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Girls, ACLU Sue School Over Punishment for Racy MySpace Photos

Two teenage Indiana girls have sued their high school after the administration punished them for posting sexually suggestive photos of themselves on MySpace, the Associated Press reports. The ACLU, which is representing the two sophomores, argues that the school overstepped its bounds by handing down the punishment and, in so doing, violated the girls' rights to free speech. Attorneys with the ACLU also pointed out that the photos didn't involve the school, and that officials needlessly humiliated the two by making them apologize to an all-male board of coaches. The Supreme Court has previously ruled that schools do have the right to punish students for off-campus behavior, so long as the school can justify that the behavior was disruptive and that similar activities were likely to occur at the school, itself.

In this particular case, the girls took photos during a sleepover held during their summer vacation and posted them on MySpace, adjusting the privacy settings so that only their friends could see them. Eventually, though, the photos circulated throughout the school, and, as some of them showed the lingerie-clad girls licking a phallic lollipop, Principal Austin Couch banned the girls from fall sports, and made them apologize and undergo counseling. According to Couch's attorney, he was simply enforcing the school's athletic code, which allows a principal to punish student athletes for any activity that "creates a disruptive influence on the discipline, good order, moral or educational environment at Churubusco High School."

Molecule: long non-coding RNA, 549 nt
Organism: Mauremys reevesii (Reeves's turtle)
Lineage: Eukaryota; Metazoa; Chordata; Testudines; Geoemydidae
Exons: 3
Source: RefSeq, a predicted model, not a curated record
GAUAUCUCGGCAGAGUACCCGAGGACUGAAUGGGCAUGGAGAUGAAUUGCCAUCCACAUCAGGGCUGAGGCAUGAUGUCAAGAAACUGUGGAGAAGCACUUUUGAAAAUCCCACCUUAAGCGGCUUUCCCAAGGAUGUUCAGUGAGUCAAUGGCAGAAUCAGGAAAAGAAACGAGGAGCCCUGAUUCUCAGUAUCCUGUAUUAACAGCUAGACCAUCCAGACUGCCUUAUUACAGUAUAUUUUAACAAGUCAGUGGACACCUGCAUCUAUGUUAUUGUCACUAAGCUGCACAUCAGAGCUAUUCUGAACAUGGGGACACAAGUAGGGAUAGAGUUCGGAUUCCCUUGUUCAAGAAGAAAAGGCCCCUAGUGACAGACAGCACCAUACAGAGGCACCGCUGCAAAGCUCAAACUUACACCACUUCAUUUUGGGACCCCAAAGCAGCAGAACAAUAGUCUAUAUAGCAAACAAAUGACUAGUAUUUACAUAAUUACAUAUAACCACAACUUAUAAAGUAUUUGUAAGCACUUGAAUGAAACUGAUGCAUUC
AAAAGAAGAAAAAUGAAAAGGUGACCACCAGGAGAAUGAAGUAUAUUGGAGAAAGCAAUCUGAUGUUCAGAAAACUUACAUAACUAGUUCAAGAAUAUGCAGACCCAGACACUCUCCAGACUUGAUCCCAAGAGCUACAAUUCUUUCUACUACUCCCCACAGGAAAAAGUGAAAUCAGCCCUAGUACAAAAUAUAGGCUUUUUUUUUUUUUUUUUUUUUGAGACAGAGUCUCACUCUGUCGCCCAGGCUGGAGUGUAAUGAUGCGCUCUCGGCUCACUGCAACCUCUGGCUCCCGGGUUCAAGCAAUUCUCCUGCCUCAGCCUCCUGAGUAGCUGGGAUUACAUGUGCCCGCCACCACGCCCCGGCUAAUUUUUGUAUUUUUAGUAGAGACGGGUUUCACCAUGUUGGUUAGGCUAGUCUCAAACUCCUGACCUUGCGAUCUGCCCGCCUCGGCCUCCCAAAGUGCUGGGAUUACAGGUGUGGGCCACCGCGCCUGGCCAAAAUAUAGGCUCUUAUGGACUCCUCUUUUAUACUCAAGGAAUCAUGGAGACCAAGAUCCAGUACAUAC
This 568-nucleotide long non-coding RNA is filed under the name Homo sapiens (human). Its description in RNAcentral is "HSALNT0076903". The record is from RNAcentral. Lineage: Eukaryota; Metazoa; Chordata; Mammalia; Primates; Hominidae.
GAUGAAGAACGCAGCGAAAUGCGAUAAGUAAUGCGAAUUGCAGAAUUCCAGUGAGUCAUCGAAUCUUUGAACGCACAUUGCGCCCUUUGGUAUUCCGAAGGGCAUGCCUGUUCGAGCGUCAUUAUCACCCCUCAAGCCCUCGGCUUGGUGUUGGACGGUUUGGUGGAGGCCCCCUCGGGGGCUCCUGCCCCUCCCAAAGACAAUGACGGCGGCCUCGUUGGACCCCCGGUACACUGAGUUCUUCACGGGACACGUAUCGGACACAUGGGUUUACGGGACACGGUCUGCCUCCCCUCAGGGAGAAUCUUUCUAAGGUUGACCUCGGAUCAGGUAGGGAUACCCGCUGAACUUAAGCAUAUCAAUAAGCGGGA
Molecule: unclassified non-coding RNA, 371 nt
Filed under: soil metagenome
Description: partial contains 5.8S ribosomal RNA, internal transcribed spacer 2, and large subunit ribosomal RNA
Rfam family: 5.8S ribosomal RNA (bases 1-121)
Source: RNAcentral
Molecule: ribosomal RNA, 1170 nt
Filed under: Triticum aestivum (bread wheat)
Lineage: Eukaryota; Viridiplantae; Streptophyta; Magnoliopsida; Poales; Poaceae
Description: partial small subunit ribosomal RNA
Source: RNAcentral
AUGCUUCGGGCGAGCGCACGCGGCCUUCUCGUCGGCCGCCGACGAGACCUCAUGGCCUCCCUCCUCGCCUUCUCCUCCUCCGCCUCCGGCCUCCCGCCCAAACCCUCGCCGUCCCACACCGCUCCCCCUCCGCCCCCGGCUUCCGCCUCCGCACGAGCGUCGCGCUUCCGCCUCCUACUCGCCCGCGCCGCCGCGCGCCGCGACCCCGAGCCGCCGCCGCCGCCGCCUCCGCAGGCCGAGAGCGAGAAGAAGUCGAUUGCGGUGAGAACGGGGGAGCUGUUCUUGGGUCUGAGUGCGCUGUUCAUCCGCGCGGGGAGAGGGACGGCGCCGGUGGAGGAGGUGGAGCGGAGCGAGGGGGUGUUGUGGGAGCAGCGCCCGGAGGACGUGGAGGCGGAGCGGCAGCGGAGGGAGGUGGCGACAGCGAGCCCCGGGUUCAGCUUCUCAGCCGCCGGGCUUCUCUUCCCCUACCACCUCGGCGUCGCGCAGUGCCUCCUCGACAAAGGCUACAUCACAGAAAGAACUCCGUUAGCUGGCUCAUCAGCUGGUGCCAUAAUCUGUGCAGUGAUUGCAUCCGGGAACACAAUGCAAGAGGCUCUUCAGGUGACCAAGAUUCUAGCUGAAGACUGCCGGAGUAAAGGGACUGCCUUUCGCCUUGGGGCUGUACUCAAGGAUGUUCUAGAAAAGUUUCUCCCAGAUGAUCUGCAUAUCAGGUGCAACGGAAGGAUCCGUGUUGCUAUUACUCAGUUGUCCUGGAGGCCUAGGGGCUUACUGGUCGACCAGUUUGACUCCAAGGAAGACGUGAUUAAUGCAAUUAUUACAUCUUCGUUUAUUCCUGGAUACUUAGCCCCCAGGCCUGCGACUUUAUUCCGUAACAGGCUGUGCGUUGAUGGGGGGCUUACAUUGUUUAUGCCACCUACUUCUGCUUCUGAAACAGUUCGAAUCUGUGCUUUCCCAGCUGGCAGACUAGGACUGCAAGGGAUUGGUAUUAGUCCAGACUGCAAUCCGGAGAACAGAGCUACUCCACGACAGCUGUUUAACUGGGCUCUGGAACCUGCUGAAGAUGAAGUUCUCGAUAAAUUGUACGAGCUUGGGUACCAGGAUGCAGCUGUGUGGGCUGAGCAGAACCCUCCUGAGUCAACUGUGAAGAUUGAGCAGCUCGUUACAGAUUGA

Sure, there's a precedent for schools punishing kids for online behavior (and a precedent for the ACLU rushing to students' aid). At first glance, though, we've gotta side with the girls on this. Was it a smart move? No. Did the photos cause a "disruption?" Probably -- at least via the gossip and hallway conversation they surely inspired. But is that kind of disruption really all that different from kids' passing notes or texting during class? All that aside, we don't really see their behavior as having the potential to eventually make its way to the school, as the Supreme Court says it must in order to warrant punishment. Schools definitely have a responsibility to legislate off-campus activity, including online activity -- but only, in our opinion, if it poses a serious threat. If the girls had phallic lollipops and shotguns in their hands, that would be a different story. Based on what we know, though, we think the administration should cut them some slack. [From: Associated Press/Newsvine]

Tags: aclu, facebookfaceloss, law, lawsuit, myspace, school, teens, top

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